Monday, March 28, 2011

McDuffy, Hancock, and education funding

As it was raised more than once in yesterday's editorial page, I thought it wise to remind us all:
  • the reason that education funding is going up in Worcester is because the city is legally required to do so (this managed to not make it into the City Manager's budget presentation last week, either).

Worcester was among the communities that brought suit against the Secretary of the Executive Office of Education (in McDuffy) and against the Commissioner of Education (in Hancock), charging that the state was failing to meet its constitutional obligations to provide education for the Commonwealth's children (per the passage cited at the bottom of the page). In the first case, the court found for the plaintiffs; in the second, the court recommended an adequacy study. In both case, the charge was that the state was not adequately funding education. (Good summary here)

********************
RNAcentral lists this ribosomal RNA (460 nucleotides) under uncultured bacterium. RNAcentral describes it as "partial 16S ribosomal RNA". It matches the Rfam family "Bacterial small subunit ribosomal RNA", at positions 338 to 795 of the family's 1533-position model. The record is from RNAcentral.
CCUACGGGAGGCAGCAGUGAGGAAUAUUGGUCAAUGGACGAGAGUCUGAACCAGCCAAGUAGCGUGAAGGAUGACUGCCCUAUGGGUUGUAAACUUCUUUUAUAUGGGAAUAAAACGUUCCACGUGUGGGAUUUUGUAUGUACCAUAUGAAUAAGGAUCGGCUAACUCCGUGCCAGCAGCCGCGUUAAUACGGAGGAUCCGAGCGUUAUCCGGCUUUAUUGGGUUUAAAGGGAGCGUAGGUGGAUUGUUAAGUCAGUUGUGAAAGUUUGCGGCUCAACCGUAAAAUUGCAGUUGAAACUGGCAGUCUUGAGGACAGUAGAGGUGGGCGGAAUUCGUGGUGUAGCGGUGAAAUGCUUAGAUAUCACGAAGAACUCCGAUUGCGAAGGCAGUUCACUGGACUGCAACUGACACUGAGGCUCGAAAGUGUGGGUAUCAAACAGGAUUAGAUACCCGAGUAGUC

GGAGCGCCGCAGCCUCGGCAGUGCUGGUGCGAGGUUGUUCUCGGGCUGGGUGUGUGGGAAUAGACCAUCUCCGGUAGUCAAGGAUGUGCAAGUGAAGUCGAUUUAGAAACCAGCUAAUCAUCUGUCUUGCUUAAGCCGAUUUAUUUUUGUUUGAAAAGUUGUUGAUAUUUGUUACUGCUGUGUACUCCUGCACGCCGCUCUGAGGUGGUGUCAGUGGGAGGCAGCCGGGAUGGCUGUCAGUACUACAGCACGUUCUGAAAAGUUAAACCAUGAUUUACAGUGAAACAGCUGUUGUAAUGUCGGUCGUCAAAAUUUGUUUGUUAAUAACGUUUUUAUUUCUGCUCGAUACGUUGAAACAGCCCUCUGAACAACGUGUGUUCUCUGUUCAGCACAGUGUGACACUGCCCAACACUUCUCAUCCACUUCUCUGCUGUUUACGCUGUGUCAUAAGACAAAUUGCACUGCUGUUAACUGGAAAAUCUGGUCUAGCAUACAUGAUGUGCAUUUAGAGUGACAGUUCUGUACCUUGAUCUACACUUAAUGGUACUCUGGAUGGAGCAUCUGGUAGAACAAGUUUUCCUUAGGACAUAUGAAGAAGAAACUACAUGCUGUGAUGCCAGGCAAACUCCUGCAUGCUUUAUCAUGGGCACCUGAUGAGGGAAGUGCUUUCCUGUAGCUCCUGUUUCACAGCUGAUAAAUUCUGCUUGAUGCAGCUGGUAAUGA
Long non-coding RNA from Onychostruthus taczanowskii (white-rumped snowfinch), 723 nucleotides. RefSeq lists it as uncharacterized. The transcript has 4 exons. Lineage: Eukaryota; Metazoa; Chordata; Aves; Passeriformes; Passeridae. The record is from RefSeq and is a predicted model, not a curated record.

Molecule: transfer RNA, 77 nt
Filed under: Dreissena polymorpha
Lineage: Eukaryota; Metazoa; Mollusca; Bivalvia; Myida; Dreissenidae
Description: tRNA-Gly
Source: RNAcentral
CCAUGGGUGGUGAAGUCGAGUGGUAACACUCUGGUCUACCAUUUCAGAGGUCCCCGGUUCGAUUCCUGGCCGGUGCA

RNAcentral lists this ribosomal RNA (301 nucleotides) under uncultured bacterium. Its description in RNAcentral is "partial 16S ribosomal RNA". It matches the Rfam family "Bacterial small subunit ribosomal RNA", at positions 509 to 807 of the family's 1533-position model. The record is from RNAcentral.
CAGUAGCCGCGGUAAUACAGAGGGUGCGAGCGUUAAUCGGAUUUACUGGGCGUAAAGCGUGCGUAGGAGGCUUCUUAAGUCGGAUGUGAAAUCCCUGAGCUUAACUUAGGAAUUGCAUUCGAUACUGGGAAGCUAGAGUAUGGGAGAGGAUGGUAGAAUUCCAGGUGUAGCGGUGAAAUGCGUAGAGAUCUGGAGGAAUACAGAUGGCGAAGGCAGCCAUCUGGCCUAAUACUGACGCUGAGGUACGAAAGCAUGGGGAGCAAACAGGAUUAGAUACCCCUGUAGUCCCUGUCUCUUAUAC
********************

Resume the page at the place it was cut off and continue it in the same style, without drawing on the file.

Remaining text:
However, an upshot of the McDuffy case was the 1993 Ed Reform law (signed just three days after the case was settled), which provided for foundation funding. This not only obligates the state around education funding; it also obligates local communities around levels of education funding.
Worcester is legally required to increase funding this year for education.

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